How Turmeric Benefits the Endocannabinoid System
Although the bright, aromatic spice is all the rage these days, it has been used for centuries across the world. And there's a good reason for that.
In the U.S., turmeric has gone from being sold primarily in natural food stores to lining the shelves of major grocery store chains. But what is it?
As a mainstay of Ayurveda, turmeric (Curcuma longa) has been a signature herb in meals and medicines for thousands of years in South Asia. Known for its anti-inflammatory properties, it has taken on numerous forms, from the golden milk latte at your neighborhood coffee shop to your daily morning supplement.
Turmeric's health benefits
The most well-known active component of turmeric is called curcumin, found in high concentrations in its rhizomes. Research on curcumin has led experts to believe that it could be a panacea, meaning that it could be a substance with an endless list of potential benefits for the human body.
Dietary phytochemicals, like curcumin, are linked with the suppression of inflammatory biomarkers, such as tumor necrosis factor-alpha (TNF-ɑ), and nuclear factor kappa B (NF-κB); multiple studies investigating this pathway support the hypothesis that curcumin could be a naturally-occurring agent as a part of a treatment regimen for the inflammatory nature of osteoarthritis.
The cannabinoid connection
In a 2019 meta-analysis with 531 patients diagnosed with major depressive disorder, curcumin showed a statistically significant decrease in depressive and anxiety symptoms. Researchers concluded that the tolerability and impressive results call for more studies to evaluate whether curcumin could be a validated addition to the standard of care in this patient population.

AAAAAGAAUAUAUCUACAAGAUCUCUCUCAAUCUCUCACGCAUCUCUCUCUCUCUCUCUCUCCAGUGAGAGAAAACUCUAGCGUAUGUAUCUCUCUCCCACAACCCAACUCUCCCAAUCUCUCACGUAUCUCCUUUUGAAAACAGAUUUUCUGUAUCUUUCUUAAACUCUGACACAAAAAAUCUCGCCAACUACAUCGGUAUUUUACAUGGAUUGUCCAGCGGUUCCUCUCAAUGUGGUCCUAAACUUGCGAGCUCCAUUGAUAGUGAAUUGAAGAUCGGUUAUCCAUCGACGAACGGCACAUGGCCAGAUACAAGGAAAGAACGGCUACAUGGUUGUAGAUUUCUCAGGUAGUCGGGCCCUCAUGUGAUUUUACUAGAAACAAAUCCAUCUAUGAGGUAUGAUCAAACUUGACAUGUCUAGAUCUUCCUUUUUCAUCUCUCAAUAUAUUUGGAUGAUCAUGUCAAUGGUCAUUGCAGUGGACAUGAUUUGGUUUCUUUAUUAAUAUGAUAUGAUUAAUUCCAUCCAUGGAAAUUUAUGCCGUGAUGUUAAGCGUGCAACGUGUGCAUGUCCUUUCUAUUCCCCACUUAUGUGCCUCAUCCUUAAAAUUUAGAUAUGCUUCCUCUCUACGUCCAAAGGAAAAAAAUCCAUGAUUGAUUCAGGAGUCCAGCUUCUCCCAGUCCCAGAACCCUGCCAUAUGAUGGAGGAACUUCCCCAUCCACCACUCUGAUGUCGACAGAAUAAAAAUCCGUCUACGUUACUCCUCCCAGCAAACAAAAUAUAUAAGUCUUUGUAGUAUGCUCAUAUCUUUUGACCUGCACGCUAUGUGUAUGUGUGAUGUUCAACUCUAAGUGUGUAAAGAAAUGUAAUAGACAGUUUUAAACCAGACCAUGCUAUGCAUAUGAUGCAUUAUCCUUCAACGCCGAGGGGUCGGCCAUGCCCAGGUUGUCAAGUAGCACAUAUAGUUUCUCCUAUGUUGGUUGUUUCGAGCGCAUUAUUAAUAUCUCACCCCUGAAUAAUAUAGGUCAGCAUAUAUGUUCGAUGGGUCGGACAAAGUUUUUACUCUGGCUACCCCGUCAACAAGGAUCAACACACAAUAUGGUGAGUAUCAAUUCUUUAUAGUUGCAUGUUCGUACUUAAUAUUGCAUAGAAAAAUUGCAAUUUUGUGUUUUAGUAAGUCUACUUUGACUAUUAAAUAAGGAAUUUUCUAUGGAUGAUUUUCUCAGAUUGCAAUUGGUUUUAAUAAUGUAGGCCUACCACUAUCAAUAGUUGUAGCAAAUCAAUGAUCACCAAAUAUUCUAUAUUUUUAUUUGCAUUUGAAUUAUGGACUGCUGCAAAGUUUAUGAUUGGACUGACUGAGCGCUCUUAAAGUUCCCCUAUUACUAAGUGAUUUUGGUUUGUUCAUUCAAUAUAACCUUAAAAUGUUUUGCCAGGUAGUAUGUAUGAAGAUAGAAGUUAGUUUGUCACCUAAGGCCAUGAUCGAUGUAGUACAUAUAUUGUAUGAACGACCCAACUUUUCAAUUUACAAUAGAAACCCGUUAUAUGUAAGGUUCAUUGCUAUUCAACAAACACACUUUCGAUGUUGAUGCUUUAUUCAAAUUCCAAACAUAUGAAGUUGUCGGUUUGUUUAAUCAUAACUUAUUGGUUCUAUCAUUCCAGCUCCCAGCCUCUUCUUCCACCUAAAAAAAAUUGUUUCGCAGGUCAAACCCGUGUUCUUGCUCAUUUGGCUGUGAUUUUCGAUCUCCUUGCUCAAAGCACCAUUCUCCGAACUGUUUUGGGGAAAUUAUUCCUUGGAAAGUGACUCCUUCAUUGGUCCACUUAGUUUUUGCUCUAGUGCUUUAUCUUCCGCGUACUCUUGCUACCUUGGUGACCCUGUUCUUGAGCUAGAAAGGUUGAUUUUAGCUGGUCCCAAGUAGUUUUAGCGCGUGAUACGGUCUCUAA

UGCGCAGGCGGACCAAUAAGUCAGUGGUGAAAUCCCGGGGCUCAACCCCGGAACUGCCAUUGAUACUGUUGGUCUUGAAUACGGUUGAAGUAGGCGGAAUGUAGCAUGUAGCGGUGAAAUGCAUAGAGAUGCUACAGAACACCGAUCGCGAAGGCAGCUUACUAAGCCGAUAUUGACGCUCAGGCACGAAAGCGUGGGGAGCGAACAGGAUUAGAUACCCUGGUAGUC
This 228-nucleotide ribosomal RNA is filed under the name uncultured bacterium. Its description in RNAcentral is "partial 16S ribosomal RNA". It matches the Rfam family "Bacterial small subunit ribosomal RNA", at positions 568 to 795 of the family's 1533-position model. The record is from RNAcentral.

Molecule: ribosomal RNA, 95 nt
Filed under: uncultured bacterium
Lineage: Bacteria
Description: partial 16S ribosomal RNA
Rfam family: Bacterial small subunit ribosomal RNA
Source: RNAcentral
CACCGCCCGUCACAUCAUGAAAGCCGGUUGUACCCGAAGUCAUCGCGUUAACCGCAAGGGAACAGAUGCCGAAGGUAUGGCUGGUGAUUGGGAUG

Like other spices such as black pepper, cinnamon, and cloves, curcumin is rich in terpene, B-caryophyllene. Terpenes are compounds that provide plants their aroma, like fresh pine from pinene, tropical mango from myrcene, or soothing lavender from linalool, as well as a distinct set of therapeutic benefits. These compounds are known to interact with the endocannabinoid system like their cannabinoid counterparts. In particular, B-caryophyllene selectively binds to cannabinoid receptor type 2 (CB2), associated with immunity, demonstrating the potential role of curcumin in our protective shield against pathogens causing allergic rhinitis.
Studies reveal that even if you consume a reasonably high dose of curcumin, it has very low bioavailability. This poor absorption indicates this in the small intestine and its rapid metabolization in the liver. Research is inconclusive whether curcumin could work in synergy with other B-caryophyllene, which contains compounds like black pepper. Certain media outlets and supplement companies boast the improved absorption of curcumin, but more clinical studies are needed to determine the relationship between the two. Researchers on the quest to discover how to improve curcumin's dismal bioavailability are looking at how it has been used in Ayurveda, emphasizing the entire plant rather than just one component.
I am often asked: "Do I need to take the supplement, or can I just add turmeric to my food?"
I recommend you take a curcumin supplement for its medicinal benefits because the amount of curcumin in turmeric is no more than 3 percent of its weight, meaning that it contains no more than a few hundred milligrams of curcumin. Most studies have looked at using up to 6 g daily for its medicinal benefits.
As we shift our perspectives to include a more all-encompassing and preventative view of health, clinicians must expand their scope of knowledge to provide the best-personalized patient care. As an Integrative Health Pharmacist, I believe that we are moving towards the model involving a multilayered integration of the many modalities of medicine, including prescription medications, nutrition, therapeutic aromatherapy, nutrition, and, of course, herbs, like turmeric.